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Today New City Initiative is comprised of 49 leading independent asset management firms from the UK and the Continent, managing approximately £500 billion and employing several thousand people.

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The Management Company (or “ManCo”) was a proposition that seemed almost too good to be true for a number of firms who were assessing how they should approach the EU’s Alternative Investment Fund Managers Directive (AIFMD) back in 2013 and early 2014.

These EU structures allowed managers to delegate risk management to the ManCo; retain control over their portfolios; and distribute products across the EU without having to go through the aggravation and cost of setting up an EU branch or subsidiary.

It was a model that had come to prominence earlier in the decade when UCITS IV was implemented permitting managers to use cross-border ManCos. The ManCo was an ideal set-up for US or APAC managers, who wanted to test the investor waters in the EU, in a cost-effective manner and without over-committing resources.

The ManCo (along with lawyers and consultants) was given yet another boost by Brexit as providers warned UK managers they risked being shut-off from EU investors.  Exiting the Single Market means that UK-based UCITS and AIFMs are at a risk of becoming designated third country fund managers, and will no longer benefit from pan-EU cross-border distribution available through the passport. This obviously matters more to some managers than to others.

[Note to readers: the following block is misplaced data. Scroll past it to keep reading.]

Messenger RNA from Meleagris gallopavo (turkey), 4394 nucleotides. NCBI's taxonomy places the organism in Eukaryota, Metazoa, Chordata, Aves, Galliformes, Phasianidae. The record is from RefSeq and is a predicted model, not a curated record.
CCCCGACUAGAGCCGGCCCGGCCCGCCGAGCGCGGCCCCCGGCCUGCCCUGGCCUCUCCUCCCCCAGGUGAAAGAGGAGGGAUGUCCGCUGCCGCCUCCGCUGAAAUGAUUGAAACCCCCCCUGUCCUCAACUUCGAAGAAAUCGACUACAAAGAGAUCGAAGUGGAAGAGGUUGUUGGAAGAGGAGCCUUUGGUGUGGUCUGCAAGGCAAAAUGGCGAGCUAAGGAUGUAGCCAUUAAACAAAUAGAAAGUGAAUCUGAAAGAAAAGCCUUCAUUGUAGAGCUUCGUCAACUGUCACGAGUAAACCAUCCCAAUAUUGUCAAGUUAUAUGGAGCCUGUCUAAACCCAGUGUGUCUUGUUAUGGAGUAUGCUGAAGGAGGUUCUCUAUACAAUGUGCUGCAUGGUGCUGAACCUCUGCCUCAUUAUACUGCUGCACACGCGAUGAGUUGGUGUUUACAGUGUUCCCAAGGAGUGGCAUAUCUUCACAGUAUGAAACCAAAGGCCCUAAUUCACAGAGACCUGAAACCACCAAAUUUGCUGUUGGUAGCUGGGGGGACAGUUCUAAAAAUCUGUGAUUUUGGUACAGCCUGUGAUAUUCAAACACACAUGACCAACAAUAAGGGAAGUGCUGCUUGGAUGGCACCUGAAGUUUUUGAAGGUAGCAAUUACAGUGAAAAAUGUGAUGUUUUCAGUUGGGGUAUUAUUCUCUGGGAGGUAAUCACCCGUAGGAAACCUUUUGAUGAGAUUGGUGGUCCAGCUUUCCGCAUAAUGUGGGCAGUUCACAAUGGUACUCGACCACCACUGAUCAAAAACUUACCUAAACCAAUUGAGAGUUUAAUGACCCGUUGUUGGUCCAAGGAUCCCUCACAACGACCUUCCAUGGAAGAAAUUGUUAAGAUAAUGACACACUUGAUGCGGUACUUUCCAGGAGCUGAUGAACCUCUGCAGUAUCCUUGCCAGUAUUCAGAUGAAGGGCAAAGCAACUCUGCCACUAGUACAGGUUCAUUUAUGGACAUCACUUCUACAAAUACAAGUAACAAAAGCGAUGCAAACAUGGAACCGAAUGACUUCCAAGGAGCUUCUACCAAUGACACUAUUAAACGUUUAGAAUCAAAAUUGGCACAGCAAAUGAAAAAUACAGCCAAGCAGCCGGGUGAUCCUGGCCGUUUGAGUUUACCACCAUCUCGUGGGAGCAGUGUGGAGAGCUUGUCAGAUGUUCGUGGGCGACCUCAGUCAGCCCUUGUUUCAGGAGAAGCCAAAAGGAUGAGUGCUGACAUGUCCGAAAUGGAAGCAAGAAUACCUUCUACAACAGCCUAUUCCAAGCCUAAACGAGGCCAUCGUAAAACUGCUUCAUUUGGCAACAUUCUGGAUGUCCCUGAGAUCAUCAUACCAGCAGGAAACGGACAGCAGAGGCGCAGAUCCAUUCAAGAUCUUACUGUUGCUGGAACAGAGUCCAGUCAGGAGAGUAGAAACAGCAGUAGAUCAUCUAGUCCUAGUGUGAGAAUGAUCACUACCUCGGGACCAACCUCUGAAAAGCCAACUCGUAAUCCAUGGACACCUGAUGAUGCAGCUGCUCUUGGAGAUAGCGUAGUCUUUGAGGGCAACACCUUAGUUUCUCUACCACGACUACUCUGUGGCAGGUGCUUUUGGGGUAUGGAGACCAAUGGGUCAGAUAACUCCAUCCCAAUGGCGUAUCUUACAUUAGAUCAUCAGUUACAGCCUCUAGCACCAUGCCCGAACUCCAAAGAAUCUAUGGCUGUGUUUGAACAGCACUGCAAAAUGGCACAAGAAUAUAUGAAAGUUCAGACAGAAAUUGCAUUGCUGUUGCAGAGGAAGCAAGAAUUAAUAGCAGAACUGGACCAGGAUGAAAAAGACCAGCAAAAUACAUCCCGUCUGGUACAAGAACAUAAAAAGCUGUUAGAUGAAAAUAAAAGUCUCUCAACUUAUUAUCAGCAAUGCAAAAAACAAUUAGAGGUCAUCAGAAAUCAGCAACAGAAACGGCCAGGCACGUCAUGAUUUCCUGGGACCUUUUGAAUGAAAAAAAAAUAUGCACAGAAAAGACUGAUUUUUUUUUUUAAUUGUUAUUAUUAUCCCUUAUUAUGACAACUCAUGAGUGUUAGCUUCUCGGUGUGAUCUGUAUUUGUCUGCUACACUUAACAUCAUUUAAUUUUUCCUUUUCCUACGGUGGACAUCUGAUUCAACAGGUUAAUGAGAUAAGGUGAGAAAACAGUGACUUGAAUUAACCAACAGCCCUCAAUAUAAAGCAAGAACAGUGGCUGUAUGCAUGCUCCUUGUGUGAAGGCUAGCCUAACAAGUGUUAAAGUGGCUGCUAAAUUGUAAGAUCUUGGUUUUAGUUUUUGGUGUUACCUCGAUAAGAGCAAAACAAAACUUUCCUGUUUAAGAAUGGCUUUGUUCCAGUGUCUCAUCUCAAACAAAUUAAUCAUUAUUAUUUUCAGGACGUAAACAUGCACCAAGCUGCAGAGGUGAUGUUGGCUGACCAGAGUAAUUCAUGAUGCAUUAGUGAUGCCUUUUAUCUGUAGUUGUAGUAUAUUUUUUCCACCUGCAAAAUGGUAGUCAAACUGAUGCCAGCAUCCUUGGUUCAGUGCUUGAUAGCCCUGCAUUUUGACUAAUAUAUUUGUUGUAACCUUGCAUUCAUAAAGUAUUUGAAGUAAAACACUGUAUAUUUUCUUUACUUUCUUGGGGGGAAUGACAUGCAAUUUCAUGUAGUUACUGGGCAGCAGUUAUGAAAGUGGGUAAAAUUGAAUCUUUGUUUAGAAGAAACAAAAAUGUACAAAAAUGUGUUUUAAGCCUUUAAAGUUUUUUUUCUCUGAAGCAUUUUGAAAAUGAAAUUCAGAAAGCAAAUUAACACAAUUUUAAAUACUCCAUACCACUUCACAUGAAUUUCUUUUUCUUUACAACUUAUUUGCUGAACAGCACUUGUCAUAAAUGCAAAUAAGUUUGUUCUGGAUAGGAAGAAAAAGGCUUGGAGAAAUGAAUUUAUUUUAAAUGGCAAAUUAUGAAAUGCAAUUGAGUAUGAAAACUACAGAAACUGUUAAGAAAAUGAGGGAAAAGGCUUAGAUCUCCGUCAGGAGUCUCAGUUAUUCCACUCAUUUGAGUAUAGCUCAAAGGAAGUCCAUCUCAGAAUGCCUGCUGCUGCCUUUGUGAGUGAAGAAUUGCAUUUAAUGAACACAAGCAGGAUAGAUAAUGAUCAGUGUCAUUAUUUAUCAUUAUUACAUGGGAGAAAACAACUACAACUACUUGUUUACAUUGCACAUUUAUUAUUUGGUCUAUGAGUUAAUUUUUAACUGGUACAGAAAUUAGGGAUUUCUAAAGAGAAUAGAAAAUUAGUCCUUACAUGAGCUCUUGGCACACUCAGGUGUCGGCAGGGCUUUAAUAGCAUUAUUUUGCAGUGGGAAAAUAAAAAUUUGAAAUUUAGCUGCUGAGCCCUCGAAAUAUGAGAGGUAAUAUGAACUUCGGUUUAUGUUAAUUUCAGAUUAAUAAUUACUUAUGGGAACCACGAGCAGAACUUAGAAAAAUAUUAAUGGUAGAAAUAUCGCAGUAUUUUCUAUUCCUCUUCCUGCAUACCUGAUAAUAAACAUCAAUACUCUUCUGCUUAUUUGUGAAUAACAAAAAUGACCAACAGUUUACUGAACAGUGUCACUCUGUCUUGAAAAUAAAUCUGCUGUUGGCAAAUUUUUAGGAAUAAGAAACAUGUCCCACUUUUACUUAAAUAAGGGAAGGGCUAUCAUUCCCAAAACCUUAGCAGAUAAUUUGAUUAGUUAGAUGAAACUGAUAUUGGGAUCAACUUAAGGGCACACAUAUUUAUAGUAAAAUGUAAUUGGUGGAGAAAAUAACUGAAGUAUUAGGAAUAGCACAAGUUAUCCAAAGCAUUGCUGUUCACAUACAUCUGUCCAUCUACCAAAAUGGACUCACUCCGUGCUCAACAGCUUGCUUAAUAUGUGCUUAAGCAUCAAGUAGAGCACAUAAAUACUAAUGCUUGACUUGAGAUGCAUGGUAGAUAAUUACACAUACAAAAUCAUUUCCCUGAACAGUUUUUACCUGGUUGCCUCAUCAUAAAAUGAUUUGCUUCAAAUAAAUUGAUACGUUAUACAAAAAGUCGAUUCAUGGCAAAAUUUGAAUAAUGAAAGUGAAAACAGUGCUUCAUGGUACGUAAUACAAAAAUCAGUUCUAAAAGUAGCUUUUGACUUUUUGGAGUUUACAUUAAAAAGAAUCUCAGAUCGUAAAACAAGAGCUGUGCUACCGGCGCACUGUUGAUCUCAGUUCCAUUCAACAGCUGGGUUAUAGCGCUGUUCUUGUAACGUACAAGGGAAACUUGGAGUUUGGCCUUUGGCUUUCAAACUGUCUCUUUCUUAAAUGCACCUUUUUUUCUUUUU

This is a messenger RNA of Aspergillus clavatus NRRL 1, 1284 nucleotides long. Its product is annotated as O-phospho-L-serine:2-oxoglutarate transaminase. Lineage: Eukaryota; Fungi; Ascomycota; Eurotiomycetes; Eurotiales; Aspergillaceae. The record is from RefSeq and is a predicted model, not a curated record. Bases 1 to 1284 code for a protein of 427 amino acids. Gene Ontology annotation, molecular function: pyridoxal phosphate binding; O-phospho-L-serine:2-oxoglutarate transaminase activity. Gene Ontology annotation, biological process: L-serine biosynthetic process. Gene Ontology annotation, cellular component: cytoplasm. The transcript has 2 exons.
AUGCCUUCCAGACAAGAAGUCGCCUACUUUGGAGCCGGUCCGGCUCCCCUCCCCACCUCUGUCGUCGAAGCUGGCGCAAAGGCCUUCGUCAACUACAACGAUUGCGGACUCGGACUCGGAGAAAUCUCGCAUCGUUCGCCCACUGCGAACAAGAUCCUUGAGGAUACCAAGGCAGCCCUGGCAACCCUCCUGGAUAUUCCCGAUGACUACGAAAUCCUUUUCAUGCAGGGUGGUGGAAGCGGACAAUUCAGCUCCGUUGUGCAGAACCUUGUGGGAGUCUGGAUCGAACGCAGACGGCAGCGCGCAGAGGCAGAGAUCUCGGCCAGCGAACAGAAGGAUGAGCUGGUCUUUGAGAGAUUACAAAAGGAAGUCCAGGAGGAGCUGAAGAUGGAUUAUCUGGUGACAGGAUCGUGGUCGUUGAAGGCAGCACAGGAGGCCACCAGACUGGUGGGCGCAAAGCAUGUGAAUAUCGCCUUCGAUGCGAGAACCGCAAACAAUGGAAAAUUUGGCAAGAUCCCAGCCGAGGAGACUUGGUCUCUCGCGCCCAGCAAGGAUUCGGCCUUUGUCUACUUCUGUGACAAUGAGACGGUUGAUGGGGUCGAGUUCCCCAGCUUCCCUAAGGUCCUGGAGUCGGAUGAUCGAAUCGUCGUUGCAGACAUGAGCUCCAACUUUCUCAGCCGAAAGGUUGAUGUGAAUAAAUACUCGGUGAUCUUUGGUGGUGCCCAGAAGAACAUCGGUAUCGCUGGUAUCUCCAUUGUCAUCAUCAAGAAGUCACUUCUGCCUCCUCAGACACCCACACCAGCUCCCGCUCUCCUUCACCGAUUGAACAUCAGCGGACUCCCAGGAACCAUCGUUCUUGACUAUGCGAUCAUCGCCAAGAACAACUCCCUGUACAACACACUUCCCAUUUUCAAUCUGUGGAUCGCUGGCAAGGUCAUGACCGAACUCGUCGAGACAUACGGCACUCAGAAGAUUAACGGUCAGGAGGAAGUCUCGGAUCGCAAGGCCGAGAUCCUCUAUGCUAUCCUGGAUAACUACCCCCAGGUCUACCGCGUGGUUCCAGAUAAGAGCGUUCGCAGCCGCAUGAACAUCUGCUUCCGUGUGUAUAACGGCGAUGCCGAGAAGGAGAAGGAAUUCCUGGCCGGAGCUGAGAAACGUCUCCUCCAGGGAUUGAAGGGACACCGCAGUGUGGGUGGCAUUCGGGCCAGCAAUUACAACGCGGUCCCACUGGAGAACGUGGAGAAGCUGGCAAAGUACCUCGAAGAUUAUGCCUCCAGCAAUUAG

Firms are therefore conducting analysis on ManCos and whether it will be sensible to appoint one. It is certainly wise managers be considering the case for hiring a ManCo, but they need to be mindful of unexpected challenges and regulatory developments. Time and again, EU regulators have warned against UK firms setting up letterbox entities – that is branches with barebones or no substance – within the EU as a contemptuous attempt to keep their passporting rights.

There is no clear or definitive indication that ManCos are implicitly being accused by regulators of not providing sufficient substance, but it is certainly something managers should acknowledge as a potential business risk, particularly given the EU-focus on delegation right now. ManCos would beg to differ and argue that they do provide substance to non-EU managers and that any regulatory stance suggesting otherwise is unfair.

There is a possibility protectionism could revert in the EU, and if this occurred, it is highly probable fund managers selling into the EU may be forced to up their presence on the continent, particularly if restrictions were imposed on the ManCo operating model.  Such a requirement would dramatically increase costs for managers with UK and EU client interests.

As the EU continues to make a push for substance, managers need to be careful about how they approach their Brexit strategy. The cost of appointing a ManCo is not insignificant, and on-boarding can take some time. It is better for managers to wait until there is further regulatory clarity on the status of ManCos before rushing into appointing one.

The danger for fund managers seemingly at the moment is not the final outcome or net result of Brexit, but rather the uncertainty leading up to it.  Market timing is absolutely everything in trading, and managers on both sides of the Channel need to adopt a similar approach to their Brexit planning.